The obituary is a tangible keepsake to whichany family member can turn at those special moments, to read and recall, and to recall and to remember the loved one. The obituary loses all of its morbidness and becomes an essay about the dead loved one and his or her relationships, his or her meaning. Even more than an heirloom ring or brooch, the obituary is personal, a living account of a real person. In a sense, an obituary is like a family Gospel and should read and be read with all the reverence and reflection of a Gospel.

So far I have written about the obituary as a concept, almost an ideal. Well, it’s not an ideal, it’s a reality, and an incredibly important one at that. I briefly touched upon the obituary as a tangible family record, as a family Gospel. Well that’s one role it can play but we need now to turn to the physicalness of the obituary, since the obituary is something that has to be drafted, written, refined, and finally published in some medium whether newsprint, an order of service, a website, a social media platform, or as a permanent memorial on a platform devoted specifically to memorialization and commemoration.[4]

I shall devote a separate essay to the media used for publishing obituaries and say a few words about each in terms of how I feel they serve the survivors in facilitating continuing the bond with their loved one, coping with bereavement grief, transfiguring the dead loved one and internalizing the memory, serving as a chapter in a family’s living history, repackaging the past to be a lodestone for drawing a family together, a guide for the present and for the future.


NOTES

[1] This review and approval step is extremely important in order to avoid offending or hurting feelings. Special attention should be given to spellings of names, degrees of kinship and names of any spouses, living and predeceased relatives, special friends, special organizations, etc. A clean draft should be provided to the family for review and approval within 24 hours.

[2] Simply asking an arranger for the family’s religious preference and if they would like clergy participation in the funeral or memorial service is a bad start. Many families do not regularly practice and most are unfamiliar with the traditions and rites involved in funerals. This is one reason why I recommend always to have the on-call chaplain available at the arrangements meeting; he can best discuss any religious or spiritual matters with the arranger or the family and avoid any inconvenient incidents and possible problems caused by “religious” insensitivity of “stock clergy” who are unfamiliar with the family, its history, dynamics, and social relationships.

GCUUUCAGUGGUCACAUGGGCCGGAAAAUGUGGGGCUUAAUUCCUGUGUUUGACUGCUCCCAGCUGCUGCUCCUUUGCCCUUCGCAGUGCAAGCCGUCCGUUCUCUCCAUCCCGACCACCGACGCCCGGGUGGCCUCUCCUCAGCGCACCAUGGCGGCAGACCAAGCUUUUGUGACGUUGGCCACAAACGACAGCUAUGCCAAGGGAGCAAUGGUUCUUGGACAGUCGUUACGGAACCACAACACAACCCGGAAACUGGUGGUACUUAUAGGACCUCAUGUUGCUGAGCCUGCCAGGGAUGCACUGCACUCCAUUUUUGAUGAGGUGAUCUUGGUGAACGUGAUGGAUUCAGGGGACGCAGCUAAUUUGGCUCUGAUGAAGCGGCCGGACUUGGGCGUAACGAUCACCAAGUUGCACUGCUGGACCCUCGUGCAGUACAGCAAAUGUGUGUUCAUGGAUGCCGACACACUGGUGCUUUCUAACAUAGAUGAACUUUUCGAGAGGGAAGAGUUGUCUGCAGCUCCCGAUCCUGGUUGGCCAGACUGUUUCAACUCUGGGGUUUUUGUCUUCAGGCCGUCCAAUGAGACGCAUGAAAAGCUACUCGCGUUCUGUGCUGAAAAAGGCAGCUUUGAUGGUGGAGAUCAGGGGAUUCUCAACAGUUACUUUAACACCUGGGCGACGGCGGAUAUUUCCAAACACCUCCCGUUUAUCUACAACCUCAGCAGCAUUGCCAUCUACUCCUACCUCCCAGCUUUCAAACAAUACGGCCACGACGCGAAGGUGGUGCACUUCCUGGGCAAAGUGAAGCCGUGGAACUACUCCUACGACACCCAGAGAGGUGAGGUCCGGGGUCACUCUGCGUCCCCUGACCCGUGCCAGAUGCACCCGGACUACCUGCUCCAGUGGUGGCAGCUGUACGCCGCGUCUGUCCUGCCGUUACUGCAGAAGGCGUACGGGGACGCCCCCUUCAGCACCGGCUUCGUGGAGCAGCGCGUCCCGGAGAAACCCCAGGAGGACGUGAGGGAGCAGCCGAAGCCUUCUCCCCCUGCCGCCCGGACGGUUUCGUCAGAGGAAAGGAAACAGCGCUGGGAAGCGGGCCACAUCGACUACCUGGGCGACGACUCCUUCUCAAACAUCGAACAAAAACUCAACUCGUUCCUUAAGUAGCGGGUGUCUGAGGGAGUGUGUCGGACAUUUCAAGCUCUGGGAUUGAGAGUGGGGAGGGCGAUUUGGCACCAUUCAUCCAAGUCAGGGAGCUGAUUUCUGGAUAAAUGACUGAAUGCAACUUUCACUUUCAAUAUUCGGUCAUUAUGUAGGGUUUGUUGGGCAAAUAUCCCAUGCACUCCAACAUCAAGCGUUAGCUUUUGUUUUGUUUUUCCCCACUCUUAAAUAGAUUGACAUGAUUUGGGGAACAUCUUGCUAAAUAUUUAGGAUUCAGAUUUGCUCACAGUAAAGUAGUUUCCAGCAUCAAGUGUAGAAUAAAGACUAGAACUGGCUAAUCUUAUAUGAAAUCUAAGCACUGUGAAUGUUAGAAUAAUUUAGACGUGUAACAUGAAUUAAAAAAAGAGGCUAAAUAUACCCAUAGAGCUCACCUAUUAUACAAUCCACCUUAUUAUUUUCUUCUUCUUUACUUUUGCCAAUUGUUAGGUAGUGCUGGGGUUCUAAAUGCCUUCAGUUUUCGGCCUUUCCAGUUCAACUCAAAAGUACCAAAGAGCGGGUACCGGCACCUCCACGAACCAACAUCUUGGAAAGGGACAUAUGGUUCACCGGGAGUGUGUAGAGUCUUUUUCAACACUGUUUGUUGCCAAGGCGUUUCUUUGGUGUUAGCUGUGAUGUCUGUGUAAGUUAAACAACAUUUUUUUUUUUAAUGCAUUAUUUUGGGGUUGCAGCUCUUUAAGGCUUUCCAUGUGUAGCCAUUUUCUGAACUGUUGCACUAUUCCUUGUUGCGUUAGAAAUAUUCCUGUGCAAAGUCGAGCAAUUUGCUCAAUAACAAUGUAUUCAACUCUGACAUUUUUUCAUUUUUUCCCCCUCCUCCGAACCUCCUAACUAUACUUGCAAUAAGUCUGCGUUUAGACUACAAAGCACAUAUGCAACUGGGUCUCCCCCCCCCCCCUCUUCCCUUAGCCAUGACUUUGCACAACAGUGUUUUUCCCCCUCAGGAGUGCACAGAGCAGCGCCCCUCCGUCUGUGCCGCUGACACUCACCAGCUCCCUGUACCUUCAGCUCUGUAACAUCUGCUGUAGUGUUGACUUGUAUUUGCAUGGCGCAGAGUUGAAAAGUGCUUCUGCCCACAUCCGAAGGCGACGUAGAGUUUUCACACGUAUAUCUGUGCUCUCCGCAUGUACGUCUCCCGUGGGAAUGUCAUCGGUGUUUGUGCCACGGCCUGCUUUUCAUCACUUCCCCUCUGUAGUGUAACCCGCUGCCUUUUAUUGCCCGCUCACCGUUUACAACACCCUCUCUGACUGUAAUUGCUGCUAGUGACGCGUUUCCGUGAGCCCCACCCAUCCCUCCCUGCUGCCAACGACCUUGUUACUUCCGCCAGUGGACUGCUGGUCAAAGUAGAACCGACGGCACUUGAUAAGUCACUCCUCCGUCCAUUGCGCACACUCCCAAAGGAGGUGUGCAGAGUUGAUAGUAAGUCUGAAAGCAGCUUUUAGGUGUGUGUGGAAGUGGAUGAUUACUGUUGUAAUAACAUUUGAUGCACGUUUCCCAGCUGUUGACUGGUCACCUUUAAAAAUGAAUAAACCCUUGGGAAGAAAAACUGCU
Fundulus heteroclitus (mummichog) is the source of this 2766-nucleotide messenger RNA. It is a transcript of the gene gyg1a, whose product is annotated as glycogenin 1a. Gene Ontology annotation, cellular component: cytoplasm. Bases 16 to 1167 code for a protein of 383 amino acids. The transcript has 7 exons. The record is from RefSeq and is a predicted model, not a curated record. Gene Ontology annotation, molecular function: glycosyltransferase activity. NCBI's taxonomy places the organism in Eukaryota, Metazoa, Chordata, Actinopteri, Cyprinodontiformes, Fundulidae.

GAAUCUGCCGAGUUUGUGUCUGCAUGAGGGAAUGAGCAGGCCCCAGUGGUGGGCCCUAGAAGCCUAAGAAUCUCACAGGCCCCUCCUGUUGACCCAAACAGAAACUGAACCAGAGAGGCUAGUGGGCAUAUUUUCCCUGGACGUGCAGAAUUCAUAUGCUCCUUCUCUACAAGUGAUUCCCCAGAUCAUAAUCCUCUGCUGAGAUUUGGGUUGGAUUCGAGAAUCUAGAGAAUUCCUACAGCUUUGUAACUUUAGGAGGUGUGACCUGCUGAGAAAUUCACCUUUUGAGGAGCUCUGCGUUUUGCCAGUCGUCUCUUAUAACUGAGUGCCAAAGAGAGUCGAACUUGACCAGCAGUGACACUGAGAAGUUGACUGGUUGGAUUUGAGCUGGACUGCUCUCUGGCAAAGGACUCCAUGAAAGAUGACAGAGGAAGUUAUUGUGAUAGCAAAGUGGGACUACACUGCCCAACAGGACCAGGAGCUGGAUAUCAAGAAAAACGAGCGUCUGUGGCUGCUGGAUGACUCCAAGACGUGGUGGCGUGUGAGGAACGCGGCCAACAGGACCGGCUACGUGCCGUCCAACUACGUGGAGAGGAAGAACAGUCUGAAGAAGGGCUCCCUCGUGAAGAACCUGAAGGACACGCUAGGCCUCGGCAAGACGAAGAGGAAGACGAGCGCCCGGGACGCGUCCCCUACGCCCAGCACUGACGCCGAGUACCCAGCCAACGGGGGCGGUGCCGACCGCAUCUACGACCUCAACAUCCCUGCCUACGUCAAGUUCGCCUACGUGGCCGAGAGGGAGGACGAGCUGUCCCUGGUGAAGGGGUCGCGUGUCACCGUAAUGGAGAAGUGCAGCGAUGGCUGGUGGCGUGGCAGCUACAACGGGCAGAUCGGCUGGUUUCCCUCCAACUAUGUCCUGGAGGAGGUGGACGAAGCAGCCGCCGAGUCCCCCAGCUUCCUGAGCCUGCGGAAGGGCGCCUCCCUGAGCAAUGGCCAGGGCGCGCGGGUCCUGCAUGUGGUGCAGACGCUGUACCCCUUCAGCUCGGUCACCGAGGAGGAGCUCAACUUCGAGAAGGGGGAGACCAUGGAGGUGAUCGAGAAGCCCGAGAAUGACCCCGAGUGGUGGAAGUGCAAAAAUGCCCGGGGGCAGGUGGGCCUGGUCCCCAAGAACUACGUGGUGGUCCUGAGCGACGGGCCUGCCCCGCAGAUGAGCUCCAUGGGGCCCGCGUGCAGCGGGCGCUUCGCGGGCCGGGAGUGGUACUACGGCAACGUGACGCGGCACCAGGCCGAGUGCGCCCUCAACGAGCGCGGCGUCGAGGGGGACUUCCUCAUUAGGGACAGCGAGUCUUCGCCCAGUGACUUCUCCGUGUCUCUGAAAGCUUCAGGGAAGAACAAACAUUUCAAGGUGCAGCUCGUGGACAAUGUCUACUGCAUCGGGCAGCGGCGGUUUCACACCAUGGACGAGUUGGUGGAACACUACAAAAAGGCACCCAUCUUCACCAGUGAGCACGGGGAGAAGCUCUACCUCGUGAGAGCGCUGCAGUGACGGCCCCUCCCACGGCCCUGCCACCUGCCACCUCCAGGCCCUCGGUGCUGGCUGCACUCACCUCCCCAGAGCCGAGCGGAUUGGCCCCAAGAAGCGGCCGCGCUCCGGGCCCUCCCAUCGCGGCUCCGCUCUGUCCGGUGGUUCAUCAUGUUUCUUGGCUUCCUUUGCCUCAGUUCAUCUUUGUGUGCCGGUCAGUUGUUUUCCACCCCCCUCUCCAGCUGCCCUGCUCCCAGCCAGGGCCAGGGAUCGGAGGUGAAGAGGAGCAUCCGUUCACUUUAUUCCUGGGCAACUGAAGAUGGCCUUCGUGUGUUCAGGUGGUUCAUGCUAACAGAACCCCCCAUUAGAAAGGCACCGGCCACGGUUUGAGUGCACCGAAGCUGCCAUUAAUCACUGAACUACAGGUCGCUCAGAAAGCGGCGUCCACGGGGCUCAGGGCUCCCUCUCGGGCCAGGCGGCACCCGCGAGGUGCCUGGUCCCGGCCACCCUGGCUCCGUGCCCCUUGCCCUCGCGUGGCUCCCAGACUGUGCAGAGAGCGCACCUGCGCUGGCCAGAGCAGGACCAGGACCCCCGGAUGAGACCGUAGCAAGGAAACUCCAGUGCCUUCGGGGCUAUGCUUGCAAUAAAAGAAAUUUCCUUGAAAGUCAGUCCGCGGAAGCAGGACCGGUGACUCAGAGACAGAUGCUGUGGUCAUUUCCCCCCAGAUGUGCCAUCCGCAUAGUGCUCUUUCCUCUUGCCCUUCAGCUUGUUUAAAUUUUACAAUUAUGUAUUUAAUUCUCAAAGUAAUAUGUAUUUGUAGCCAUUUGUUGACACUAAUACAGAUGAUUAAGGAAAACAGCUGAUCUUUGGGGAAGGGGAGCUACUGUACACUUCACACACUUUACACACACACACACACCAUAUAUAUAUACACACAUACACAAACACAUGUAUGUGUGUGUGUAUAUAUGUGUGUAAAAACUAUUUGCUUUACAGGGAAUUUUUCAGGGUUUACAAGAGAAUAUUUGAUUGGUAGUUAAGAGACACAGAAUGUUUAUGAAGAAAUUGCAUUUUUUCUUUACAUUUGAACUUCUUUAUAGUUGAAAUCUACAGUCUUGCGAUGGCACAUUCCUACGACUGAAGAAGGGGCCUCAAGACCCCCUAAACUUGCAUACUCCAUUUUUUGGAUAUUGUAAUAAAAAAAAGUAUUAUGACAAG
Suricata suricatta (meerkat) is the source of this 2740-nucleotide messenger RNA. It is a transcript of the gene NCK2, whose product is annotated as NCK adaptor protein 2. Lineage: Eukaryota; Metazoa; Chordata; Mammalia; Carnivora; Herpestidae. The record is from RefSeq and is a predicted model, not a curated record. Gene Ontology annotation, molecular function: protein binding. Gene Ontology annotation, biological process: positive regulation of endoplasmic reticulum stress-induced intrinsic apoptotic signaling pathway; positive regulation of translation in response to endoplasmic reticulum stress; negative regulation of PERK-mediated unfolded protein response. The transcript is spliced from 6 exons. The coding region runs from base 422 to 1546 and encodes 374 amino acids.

[3] We can thank Western industrial culture for the three-day rule for funerals. Most employed persons are allowed three days in the event of the death of a close relative; it’s called Bereavement Leave. An employee is entitled to up to 3 workdays of paid funeral leave to make arrangements for or to attend the funeral of an immediate relative who died; after the 3 days, the employee can either take personal vacation time or unpaid time off.  In the United States The Fair Labor Standards Act (FLSA) does not require payment for time not worked, including attending a funeral. This type of benefit is generally a matter of agreement between an employer and an employee (or the employee’s representative). After three days, everything has to be wrapped up and the employee is expected to have disposed of his dead and finished his grieving. After three days it’s back to work. Thus the dehumanizing of humankind in the industrialized West.